The geomagnetic observatory is finally taking shape! - © Jos Van Hemelrijck / International Polar Foundation

in News

Christmas cheer, and a lot of hard work

The BELARE team celebrates Christmas in Antarctica as construction of a new geomagnetic observatory continues and a team heads to the Romnoes ​Nunatak ​to repair a radio relay.

​A very Antarctic Christmas

The team at the Princess Elisabeth Antarctica station celebrated Christmas as they always do, with a plenty of good food and cheer. With an excellent dinner and our plastic Christmas tree adding a bit of ​ambiance, we had a festive evening.

The two cooks, David Rigotti and Riet Van de Velde, teamed up to prepare an excellent Christmas dinner. We were spoiled with tuna carpaccio as a starter, turkey as a main dish, fresh vegetables that had been flown in on the last flight into the station, and a delicious cake for dessert​. It was so good we didn’t want to waste any of it. We’re still going through the leftovers several days later​!

After dinner, everyone sat around and told ​stories of their experiences over the years, in Antarctica, the Arctic, or other interesting and remote parts of the globe they’d travelled to. Many of us also spent time Skyping with family and loved ones back home, as one tends to do on Christmas. With Belgians, Germans, a Brit, a Swiss, an Albanian and several Canadians taking part, it was a truly international evening.

We had been working too hard to have any energetic party. But at least being in Antarctica, we were able to have a white Christmas!

Geomagnetic observatory takes shape

The observatory the BELARE team ​is building for the GEOMAG project has been progressing nicely. The concrete support columns have been poured, the wooden support frame completed, and the fiberglass shell that will protect the instruments from the elements has been has been mounted. Everything will be ready for when Jean Rasson from the Royal Meteorological Institute of Belgium's Geophysical Center arrives to install all the instruments in a few weeks.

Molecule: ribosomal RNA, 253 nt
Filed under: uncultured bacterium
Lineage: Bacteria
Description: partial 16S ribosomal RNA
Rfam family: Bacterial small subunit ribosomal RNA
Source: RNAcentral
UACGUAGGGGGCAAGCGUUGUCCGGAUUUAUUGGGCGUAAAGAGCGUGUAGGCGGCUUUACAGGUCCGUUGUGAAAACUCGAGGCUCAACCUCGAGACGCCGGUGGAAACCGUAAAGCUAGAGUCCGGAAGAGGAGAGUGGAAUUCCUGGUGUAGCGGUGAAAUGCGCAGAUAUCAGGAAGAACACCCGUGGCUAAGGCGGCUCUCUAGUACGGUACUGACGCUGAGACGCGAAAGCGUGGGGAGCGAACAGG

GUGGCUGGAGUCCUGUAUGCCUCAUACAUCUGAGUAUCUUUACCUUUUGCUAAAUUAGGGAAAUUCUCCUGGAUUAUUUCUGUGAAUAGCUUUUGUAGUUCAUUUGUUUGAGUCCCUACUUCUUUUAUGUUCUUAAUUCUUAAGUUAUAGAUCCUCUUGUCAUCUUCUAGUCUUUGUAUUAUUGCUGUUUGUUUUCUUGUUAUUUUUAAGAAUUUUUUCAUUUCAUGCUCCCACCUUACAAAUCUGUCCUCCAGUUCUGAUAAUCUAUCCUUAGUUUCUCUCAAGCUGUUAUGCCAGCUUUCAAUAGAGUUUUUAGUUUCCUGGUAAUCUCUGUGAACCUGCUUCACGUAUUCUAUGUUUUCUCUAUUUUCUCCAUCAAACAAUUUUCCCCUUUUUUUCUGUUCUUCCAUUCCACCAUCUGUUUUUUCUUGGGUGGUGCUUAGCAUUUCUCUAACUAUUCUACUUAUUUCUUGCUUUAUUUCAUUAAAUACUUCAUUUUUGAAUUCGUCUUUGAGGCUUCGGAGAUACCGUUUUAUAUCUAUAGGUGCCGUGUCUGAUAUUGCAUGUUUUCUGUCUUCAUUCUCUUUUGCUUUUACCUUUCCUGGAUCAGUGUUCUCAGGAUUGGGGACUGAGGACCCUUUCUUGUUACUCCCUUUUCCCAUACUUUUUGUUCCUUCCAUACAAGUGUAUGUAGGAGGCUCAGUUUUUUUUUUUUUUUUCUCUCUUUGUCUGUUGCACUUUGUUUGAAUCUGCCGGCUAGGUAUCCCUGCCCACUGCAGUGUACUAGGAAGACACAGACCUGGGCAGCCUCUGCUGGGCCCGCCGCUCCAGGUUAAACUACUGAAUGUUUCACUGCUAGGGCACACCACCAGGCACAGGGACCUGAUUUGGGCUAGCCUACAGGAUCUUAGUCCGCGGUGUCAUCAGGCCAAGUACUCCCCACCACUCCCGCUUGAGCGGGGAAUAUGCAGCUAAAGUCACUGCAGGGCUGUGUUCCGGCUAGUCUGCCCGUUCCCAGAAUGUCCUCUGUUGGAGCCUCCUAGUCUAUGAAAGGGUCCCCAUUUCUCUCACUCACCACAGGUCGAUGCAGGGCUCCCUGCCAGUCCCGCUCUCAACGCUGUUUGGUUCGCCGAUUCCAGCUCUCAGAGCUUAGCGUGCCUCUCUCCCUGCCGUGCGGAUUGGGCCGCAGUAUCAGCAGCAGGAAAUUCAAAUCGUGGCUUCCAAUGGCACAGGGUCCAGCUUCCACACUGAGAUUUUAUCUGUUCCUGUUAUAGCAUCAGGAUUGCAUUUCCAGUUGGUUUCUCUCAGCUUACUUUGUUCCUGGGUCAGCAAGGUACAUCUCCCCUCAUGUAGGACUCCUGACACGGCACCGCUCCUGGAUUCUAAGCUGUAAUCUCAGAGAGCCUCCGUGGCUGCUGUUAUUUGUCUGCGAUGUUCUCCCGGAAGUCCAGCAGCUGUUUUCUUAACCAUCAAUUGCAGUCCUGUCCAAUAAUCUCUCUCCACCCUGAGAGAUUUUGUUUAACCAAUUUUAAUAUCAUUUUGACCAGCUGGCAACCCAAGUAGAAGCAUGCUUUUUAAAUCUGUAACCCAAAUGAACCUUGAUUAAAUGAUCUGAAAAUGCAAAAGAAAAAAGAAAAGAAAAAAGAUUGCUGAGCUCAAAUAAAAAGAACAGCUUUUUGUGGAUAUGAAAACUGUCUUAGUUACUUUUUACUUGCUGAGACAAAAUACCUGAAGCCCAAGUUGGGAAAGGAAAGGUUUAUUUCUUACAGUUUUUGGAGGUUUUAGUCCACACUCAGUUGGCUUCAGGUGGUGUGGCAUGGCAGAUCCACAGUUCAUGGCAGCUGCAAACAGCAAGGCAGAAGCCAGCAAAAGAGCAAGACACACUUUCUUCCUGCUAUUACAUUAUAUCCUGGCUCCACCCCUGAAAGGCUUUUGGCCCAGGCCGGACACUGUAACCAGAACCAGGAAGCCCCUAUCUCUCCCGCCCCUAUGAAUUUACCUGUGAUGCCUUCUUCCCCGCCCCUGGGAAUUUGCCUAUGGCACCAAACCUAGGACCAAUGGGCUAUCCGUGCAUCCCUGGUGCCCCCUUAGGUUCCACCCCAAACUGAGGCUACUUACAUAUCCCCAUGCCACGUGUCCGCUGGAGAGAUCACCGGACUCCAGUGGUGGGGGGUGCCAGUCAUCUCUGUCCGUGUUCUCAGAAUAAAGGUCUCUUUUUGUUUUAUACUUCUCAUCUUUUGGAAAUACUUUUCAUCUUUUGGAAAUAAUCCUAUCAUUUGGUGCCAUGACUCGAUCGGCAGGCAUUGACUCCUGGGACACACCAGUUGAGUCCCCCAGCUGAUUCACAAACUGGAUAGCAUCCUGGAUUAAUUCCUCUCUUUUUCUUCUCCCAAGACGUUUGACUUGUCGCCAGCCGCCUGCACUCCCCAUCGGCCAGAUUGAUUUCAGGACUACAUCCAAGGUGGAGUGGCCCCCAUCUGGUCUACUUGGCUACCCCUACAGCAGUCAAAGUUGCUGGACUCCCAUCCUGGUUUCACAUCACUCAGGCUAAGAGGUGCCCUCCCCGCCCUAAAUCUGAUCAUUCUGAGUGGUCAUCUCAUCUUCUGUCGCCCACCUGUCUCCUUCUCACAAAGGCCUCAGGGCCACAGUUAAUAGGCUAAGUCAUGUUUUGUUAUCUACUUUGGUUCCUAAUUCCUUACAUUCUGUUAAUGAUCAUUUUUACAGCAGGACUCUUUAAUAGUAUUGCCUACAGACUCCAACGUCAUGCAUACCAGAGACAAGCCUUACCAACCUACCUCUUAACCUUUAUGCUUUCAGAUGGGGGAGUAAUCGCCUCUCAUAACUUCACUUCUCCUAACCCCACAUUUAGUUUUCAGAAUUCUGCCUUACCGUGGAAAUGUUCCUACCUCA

It’s certainly not easy to mix and pour concrete in subzero temperatures. You have to pre-heat the cement mix and sand, ​then pour the water into the cement mixer while it’s still warm. But this is the same team that managed to build an entire research station in much colder and windier conditions, so they've got the experience!
​ ​
For gravel to mix into the cement​, the builders added some loose rocks that were collected from a​ moraine next to a glacier not far form the station. It’s quite handy not to have to ship gravel in from elsewhere in the world if you’ve got a natural moraine with glacial debris nearby!

As everything in the observatory must be non-magnetic so as not to interfere with the ​instruments' ​readings, only fiberglass, aluminium, wood, and A4 grade stainless steel ​can be used in the observatory’s construction. The concrete pillars were reinforced with stainless steel bars when they were being poured. However, the builders had fixed the bars to each other using wire to keep them in place. Although the wires were stainless steel, there were last-minute doubts about them being non-magnetic A4 grade stainless steel, so it was decided to pull them out. Ilir Berisha had to put his arm into the wet cement all the way up to his shoulder to tear out the suspected wires. Everyone had huge smiles on their faces. It was a funny sight to see!

Repairing the radio relay

On Sunday, a party of electricians together with some strong guys from the Princess Elisabeth crew headed out to Romnoes Nunatak ​60 km from the station on the way to the coast ​to repair the radio antenna relay. They made the four-hour drive on skidoos, hauling with them a lot of materials​ to make repairs.​ They took several 32 kg batteries to replace the ones that had likely frozen when the antenna stopped working.​

The radio relay is very important for field communications in Antarctica. It allows teams in the field within a radius of 100 km to communicate with the station using a hand-held radio rather than a Iridium satellite phone, which can be very expensive.

When the team arrived at Romnoes Nunatak, they discovered that the antenna had snapped in two,​ and ​the solar panels powering it had blown away. The poles that had secured the solar panels to the rock had even been ripped up. ​And of course, the batteries, not in use, had frozen solid. A​ll this damage was likely due to a very strong storm ​that happened over the austral winter. It must have been a true force of nature!

The team replaced the frozen batteries and erected a sturdy wind turbine to power the antenna, which they hope will be able to withstand the elements. They ​spent a good part of the day on the Romnoes Nunatak before making the four-hour trek back to the station, where we found them very tired and a lot more tan than when they left.

But the work for them isn’t over. They’ll have to return to Romnoes ​N​unatak to replace the entire antenna, which they weren’t expecting would be necessary when they first went.

There’s always work to be done in Antarctica!

Author: Jos Van Hemelrijck

Picture: The geomagnetic observatory is finally taking shape! - © Jos Van Hemelrijck / International Polar Foundation

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